And what about Pope Francis?  Who is his heavenly patron, the founder of his religious order?  St. Ignatius Loyola, the first Jesuit.  Who died exactly 303 years and 4 days before St. John Vianney.  So St. Ignatius’ feast day was just this past…Sunday.

But:  these days all priests look to St. John Vianney for help and inspiration, including Pope Francis.  Because the Cure of Ars consecrated himself completely to the mystery of Christ crucified and risen.  St. John Vianney spent forty years hearing confessions for twenty hours a day. Talk about a Jubilee of Mercy!

Pray for us, o holy patron in heaven!  May we faithfully follow you as ministers of Divine Mercy in the one, holy, catholic, and apostolic Church!

Poem for St. John Vianney

CureYour heart, and bones, stole, and chalice,
I have knelt beside,
in a poor-town church, frumpy and cramped.

Next door: the wall, where you nailed the bag
that held the week’s potatoes;
the bed, scarcely used.

On the other side (of the altar):
vesting case, little plank to sit on,
and the prie-dieu where they knelt,

thousands after thousands.
Trains brought them; they lined up along the street
to confess to the holy priest.

God beckons. The world has webs.
Your penitents got themselves tangled speaking French.
Here we speak English and Spanish: tangled all the same.

He beckons: I Am Simple.
I got to gaze at the sky above Ars,
took a run past local cornfields of your farm-fed curacy,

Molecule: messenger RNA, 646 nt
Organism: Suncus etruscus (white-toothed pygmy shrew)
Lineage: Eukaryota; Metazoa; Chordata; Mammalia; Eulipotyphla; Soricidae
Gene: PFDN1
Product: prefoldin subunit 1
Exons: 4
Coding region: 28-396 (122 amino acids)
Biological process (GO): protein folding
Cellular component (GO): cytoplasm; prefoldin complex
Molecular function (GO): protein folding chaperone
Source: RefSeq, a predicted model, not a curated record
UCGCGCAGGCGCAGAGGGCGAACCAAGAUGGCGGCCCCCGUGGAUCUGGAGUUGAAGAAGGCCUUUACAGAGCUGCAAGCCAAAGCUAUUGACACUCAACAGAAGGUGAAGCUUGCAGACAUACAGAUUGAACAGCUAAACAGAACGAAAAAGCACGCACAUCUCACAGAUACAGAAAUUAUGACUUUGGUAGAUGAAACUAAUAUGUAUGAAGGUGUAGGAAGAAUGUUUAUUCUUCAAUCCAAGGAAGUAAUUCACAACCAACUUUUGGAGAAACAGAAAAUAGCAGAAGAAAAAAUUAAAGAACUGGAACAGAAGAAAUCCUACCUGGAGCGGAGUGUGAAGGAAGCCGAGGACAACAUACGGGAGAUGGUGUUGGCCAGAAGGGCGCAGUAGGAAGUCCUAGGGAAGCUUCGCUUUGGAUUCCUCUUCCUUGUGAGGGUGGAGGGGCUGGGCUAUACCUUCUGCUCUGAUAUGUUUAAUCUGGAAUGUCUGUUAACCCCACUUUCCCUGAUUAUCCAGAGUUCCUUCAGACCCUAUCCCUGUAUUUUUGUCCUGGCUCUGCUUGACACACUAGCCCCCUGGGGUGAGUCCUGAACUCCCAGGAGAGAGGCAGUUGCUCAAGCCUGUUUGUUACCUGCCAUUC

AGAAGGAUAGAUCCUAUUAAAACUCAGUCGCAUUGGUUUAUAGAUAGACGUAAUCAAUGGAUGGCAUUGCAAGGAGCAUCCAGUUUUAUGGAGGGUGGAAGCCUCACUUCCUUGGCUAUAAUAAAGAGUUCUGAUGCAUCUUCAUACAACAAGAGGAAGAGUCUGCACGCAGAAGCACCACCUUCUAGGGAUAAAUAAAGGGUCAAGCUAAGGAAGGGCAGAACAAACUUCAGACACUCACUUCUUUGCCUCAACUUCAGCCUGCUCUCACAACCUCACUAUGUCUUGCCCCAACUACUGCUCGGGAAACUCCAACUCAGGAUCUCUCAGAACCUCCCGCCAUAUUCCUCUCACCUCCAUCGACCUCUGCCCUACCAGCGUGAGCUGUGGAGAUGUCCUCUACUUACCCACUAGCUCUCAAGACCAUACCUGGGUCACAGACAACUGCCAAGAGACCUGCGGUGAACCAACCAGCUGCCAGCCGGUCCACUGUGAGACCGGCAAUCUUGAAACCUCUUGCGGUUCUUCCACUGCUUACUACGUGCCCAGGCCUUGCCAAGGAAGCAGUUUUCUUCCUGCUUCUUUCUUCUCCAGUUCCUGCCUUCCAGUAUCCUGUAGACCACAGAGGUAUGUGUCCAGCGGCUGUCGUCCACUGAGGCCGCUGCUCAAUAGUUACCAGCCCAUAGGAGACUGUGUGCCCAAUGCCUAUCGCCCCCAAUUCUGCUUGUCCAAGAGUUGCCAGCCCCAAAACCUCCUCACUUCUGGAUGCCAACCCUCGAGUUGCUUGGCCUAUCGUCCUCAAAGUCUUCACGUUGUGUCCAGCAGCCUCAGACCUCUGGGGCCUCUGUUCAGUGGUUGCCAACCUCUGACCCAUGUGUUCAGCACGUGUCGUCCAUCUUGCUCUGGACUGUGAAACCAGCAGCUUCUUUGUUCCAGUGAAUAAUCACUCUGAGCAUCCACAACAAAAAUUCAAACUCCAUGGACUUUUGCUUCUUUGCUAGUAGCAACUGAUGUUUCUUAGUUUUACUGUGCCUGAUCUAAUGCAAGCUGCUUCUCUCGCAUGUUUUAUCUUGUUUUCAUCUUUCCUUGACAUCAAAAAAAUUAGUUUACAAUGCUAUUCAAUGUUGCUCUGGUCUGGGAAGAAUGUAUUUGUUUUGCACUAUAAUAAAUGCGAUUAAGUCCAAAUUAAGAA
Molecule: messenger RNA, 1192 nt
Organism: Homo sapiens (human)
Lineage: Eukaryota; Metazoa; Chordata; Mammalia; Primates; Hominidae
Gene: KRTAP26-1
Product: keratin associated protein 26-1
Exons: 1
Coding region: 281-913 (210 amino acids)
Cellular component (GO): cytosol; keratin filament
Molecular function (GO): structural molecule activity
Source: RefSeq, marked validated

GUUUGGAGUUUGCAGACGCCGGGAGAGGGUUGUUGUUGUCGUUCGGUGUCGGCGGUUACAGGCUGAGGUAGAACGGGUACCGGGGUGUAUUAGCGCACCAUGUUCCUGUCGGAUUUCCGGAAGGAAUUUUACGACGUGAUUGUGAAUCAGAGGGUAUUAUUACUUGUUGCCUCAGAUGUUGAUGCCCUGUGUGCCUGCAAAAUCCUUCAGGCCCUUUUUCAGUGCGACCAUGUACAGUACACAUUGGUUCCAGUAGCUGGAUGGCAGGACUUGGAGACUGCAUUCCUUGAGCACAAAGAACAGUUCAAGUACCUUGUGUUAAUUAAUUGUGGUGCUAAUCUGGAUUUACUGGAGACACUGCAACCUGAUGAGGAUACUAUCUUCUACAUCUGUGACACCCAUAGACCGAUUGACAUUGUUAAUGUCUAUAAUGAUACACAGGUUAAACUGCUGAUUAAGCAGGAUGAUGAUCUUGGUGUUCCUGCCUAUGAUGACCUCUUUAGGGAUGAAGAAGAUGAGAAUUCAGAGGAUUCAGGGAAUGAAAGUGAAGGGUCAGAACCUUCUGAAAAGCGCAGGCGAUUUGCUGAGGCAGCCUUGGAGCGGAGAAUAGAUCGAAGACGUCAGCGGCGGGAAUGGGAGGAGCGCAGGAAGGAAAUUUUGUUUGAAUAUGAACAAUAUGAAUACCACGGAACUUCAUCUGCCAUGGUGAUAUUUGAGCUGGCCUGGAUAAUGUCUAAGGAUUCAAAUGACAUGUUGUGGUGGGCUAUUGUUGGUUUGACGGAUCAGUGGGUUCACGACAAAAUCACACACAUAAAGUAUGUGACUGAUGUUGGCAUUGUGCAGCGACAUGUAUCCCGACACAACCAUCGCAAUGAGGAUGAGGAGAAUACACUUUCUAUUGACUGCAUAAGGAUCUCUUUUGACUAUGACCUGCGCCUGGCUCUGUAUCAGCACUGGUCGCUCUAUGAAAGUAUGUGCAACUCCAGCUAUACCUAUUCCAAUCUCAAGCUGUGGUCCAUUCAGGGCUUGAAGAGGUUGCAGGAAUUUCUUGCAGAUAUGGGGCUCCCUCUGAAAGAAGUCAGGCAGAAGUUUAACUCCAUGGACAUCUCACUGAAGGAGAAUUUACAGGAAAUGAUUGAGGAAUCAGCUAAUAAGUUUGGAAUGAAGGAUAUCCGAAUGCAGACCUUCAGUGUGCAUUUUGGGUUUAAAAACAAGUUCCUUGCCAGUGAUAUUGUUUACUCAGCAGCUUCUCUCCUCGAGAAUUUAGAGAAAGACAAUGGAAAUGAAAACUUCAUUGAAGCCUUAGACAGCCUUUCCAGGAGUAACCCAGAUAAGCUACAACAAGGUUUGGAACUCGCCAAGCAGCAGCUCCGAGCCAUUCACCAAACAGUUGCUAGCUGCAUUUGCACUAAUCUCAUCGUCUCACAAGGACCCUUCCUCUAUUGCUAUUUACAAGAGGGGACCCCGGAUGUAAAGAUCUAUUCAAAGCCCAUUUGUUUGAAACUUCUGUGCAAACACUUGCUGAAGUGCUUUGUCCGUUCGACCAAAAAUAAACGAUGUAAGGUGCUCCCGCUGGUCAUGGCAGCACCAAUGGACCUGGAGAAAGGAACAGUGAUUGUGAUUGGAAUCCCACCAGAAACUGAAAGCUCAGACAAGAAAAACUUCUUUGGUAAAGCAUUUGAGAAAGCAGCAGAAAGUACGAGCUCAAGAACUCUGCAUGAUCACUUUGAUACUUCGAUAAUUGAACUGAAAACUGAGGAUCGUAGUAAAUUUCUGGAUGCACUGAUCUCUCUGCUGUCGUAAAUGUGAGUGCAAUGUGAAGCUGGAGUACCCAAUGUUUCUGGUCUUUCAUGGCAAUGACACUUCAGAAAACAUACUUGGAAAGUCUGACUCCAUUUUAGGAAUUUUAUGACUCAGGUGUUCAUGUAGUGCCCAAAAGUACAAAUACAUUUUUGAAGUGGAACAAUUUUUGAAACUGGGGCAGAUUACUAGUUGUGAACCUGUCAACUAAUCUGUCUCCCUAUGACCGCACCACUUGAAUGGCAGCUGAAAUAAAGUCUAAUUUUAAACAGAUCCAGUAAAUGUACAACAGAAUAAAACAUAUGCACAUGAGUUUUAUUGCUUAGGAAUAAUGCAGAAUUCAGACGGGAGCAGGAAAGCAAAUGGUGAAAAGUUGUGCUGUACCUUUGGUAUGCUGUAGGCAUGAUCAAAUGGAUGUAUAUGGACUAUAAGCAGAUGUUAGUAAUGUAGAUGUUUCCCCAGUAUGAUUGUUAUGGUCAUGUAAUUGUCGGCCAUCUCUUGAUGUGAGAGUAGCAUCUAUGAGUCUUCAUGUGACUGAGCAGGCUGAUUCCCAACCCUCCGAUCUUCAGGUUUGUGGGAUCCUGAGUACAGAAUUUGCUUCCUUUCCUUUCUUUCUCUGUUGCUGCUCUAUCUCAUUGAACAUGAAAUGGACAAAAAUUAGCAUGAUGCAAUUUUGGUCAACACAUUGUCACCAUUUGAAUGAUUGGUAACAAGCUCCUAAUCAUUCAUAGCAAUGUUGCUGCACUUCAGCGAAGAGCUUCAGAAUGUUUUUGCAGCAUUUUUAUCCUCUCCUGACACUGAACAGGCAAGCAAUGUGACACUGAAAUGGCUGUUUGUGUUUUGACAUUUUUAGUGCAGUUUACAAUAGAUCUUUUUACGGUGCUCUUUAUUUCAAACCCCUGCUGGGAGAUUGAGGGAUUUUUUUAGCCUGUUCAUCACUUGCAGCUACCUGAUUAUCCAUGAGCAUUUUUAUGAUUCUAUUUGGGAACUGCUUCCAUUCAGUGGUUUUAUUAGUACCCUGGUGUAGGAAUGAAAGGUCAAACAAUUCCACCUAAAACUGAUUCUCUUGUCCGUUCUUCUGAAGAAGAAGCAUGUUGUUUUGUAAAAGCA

where you wandered to read your Breviary.
You wanted to steal away to the cloister.
They dragged you home to the town church.

You can read souls better now
than you did then, dear Father.

This Hamlet has more offenses at my beck
than thoughts to put them in.
Too arrant a knave for such a patron.

But He beckons.
The simple Fire
in the tabernacle

Who only loves, and shed His blood
so we could make the sign of the Cross,
and untangle everything.

Short on Imitation, Long on Gratitude

When St. John Vianney made his way to the remote hamlet of Ars, where he was to take up the pastorate, he had to stop a farmboy on the road to ask him the way to the town.

So if the patron saint of priests had a hard time finding his way to one country parish, imagine how I feel! I have a tough time making sure that there are clean socks in both my sock drawers. (I have a Franklin-County sock drawer and a metropolitan-Martinsville sock drawer.)

To be honest with you, the patronage of St. John Vianney poses severe challenges to us parish priests. Last week we kept the Memorial of St. Martha, the patroness of waiters and waitresses. Martha certainly lived an impressively holy life, difficult to imitate. But she did not keep a forty-year fast on two boiled potatoes a week and one hour of sleep per night, like St. John Vianney did.

Continue reading “Short on Imitation, Long on Gratitude”

150 Years Ago Today…